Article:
A 5-year-old boy was brought into his primary care clinic by his mother, who expressed concern about her son’s increasing impulsiveness, aggression, and difficulty staying on task at preschool and at home. The child’s medical history was unremarkable, and he was taking no medications. The family history was negative for hepatic or metabolic disease and positive for attention deficit-hyperactivity disorder (ADHD; father).
The child’s growth was normal. His physical exam was remarkable for a liver edge 1 cm below his costal margin. No Kayser-Fleischer rings were present.
Screening included a complete metabolic panel. Notable results included an alanine aminotransferase (ALT) level of 208 U/dL (normal range, < 30 U/dL), an aspartate transaminase (AST) level of 125 U/dL (normal range, 10-34 U/dL), and an alkaline phosphatase (ALP) of 470 U/dL (normal range, 93-309 U/dL). Subsequent repeat laboratory testing confirmed these elevations (ALT, 248 U/dL; AST, 137 U/dL; ALP, 462 U/dL). Ceruloplasmin levels were low (11 mg/dL; normal range, 18-35 mg/dL), and 24-hour urinary copper was not obtainable. Prothrombin/partial thromboplastin time, ammonia, lactate, total and direct bilirubin, and gamma-glutamyltransferase levels were normal.
Further evaluation included abdominal ultrasound and brain magnetic resonance imaging, both of which yielded normal results. Testing for Epstein-Barr virus; cytomegalovirus; hepatitis A, B, and C titers; and antinuclear, anti-smooth muscle, and anti–liver-kidney microsomal antibodies was negative.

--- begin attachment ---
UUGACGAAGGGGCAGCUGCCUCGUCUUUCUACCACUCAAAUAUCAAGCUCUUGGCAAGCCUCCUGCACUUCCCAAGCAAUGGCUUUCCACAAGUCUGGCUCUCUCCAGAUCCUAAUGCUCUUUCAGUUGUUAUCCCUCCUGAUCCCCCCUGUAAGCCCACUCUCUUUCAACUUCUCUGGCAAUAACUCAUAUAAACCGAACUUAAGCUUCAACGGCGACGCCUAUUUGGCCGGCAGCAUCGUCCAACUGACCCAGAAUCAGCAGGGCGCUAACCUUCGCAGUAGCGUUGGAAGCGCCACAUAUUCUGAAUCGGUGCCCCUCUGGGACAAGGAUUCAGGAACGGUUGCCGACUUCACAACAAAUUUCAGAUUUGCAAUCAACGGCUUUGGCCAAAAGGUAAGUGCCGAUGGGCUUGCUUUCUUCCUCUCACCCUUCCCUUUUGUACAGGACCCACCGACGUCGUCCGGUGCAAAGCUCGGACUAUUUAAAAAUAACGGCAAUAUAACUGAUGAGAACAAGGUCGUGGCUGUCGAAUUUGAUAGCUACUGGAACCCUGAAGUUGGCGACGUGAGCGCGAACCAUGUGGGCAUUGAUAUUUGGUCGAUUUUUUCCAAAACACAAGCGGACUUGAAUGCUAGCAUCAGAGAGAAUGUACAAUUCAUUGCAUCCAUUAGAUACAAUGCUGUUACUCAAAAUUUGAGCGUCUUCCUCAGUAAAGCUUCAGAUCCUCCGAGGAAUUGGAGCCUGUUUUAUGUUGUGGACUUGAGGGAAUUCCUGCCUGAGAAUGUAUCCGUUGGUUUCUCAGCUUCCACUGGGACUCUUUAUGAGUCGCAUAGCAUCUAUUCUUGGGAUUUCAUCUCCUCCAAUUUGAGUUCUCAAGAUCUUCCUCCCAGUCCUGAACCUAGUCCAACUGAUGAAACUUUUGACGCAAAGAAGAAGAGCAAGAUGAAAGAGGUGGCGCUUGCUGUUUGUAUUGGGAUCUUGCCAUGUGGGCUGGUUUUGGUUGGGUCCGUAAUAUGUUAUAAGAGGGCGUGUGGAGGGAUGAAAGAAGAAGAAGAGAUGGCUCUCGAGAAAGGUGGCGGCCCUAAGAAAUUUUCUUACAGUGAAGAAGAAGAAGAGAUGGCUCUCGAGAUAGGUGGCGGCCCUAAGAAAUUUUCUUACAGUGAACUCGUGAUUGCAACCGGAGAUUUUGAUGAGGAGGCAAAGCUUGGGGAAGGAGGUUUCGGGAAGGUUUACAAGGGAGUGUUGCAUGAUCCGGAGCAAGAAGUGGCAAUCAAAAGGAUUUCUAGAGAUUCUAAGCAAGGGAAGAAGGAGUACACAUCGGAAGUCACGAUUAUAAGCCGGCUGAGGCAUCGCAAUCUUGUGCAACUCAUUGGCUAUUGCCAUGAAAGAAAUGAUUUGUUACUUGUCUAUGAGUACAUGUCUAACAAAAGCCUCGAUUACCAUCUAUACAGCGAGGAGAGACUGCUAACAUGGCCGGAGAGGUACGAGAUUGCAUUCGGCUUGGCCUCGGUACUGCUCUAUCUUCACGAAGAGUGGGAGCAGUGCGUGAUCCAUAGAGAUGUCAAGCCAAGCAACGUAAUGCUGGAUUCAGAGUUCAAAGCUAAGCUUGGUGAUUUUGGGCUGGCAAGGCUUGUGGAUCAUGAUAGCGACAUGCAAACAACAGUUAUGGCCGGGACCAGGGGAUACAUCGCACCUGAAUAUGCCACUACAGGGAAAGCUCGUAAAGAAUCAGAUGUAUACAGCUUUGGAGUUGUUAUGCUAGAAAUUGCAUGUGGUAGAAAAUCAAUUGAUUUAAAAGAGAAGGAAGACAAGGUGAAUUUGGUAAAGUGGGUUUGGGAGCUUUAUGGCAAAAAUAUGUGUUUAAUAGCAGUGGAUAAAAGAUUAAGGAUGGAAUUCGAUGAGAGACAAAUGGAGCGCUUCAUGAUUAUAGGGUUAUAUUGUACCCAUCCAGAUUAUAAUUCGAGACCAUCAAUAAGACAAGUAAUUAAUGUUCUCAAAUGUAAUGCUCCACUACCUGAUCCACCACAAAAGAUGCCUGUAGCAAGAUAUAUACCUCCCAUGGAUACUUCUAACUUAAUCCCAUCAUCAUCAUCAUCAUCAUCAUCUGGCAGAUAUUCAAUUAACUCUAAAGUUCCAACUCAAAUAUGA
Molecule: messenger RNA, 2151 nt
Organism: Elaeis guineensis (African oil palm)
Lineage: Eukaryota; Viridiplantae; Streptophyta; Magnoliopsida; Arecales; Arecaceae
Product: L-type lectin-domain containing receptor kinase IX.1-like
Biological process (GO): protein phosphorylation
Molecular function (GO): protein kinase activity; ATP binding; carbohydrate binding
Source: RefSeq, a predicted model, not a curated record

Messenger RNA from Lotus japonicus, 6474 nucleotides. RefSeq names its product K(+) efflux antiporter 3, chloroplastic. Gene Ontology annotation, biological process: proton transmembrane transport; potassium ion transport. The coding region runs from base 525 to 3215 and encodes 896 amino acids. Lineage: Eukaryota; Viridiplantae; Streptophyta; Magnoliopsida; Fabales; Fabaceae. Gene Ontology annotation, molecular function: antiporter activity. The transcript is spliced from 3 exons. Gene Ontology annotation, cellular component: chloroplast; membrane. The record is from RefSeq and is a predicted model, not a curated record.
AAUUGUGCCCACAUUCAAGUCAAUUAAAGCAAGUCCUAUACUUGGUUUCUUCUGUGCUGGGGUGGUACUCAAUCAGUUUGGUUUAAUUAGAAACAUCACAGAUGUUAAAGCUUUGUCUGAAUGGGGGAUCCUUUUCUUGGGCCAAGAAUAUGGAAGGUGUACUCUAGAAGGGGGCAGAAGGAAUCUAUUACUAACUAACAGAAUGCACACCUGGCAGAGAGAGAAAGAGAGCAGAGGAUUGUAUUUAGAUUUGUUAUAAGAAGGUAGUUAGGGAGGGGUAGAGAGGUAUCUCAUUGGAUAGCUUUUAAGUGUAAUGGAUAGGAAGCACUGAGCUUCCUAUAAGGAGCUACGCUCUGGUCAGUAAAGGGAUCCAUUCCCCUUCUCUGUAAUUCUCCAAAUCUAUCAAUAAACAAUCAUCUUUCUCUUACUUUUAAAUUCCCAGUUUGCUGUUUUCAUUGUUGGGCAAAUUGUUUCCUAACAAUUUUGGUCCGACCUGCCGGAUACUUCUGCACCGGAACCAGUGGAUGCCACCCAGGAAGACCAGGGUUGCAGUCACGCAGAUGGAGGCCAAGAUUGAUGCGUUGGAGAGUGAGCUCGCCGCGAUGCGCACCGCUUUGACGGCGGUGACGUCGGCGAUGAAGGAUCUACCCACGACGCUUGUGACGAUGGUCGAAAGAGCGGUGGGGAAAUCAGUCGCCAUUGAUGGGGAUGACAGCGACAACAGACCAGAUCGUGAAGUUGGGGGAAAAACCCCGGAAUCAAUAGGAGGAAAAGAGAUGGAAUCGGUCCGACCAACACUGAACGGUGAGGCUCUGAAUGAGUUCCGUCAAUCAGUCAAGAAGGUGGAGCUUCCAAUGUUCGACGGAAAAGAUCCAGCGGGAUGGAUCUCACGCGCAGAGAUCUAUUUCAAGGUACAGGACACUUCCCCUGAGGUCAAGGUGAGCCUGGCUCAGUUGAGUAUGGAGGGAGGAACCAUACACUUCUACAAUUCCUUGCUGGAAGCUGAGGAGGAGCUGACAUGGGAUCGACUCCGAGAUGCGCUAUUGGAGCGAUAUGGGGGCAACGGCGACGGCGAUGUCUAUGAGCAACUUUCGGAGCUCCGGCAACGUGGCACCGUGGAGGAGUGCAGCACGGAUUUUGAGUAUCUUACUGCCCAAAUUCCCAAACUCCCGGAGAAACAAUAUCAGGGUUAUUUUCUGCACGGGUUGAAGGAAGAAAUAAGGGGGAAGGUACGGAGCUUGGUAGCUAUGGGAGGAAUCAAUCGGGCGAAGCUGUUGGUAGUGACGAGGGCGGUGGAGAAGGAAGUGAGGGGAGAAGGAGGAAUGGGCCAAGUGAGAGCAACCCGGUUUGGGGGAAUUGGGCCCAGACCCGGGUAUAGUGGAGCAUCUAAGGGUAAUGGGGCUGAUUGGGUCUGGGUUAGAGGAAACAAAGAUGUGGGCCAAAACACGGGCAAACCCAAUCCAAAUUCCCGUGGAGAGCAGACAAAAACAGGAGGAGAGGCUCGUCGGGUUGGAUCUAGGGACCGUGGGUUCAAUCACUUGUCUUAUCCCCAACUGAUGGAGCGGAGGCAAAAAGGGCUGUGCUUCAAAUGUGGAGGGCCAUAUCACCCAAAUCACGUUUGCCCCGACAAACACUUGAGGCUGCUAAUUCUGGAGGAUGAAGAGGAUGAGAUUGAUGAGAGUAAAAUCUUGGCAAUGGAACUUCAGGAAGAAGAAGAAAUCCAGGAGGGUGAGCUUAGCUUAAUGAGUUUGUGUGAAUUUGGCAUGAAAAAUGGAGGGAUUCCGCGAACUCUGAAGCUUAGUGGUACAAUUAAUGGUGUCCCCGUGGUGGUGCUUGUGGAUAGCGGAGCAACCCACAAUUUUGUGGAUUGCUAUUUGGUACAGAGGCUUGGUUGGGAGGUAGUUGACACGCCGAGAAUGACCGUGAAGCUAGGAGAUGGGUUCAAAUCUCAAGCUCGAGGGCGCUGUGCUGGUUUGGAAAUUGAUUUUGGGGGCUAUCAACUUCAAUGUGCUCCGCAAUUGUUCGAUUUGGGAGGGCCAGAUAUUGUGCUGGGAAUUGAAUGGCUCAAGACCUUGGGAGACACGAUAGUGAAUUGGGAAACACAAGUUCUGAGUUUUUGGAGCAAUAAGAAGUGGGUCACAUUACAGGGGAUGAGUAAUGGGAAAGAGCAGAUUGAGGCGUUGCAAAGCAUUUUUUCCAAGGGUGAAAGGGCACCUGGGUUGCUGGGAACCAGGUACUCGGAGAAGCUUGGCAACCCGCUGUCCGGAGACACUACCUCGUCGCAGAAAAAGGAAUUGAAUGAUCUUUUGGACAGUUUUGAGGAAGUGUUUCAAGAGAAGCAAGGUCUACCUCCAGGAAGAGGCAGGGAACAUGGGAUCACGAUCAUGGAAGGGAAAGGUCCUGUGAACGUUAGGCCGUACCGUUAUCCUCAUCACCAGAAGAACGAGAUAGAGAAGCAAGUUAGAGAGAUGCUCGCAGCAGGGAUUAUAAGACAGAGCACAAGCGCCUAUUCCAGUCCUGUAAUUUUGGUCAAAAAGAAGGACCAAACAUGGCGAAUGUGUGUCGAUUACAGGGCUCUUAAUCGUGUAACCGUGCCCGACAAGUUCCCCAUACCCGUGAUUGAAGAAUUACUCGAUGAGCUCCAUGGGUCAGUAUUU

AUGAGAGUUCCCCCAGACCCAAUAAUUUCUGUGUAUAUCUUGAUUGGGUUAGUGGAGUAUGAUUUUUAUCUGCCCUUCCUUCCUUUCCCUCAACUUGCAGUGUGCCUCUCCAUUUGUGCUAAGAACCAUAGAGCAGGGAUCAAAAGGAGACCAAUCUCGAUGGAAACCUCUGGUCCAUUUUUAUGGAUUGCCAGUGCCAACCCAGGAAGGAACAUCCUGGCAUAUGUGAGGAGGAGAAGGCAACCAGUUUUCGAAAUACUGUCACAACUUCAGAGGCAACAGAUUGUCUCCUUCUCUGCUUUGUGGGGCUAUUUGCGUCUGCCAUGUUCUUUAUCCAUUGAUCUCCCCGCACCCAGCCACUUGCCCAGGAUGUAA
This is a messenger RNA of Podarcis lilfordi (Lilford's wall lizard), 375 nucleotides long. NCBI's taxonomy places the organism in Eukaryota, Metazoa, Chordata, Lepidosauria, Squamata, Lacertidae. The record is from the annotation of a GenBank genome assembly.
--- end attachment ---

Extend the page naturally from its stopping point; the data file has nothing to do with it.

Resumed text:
The patient’s low ceruloplasmin prompted referral to Pediatric Gastroenterology for consultation and liver biopsy due to concern for Wilson disease. Biopsy results were consistent with, and quantitative liver copper confirmatory for, this diagnosis (FIGURE).
Genetic testing for mutations in the ATP7B gene was performed on the patient, his mother, and his siblings (his father was unavailable). The patient, his mother, and his sister were all positive for His1069Gln mutation; only the patient was positive for a 3990_3993 del mutation (his half-brother was negative for both mutations). The presence of 2 different mutant alleles for the ATP7B gene, one on each chromosome—the common substitution mutation, His1069Gln, in exon 14 and a 3990_3993 del TTAT mutation in exon 19—qualified the patient as a compound heterozygote.
The 3990_3993 del TTAT mutation—which to our knowledge has not been previously reported—produced a translational frame shift and premature stop codon. As others have pointed out, frame shift and missense mutations produce a more severe phenotype.1
Continue to: Further testing was prompted...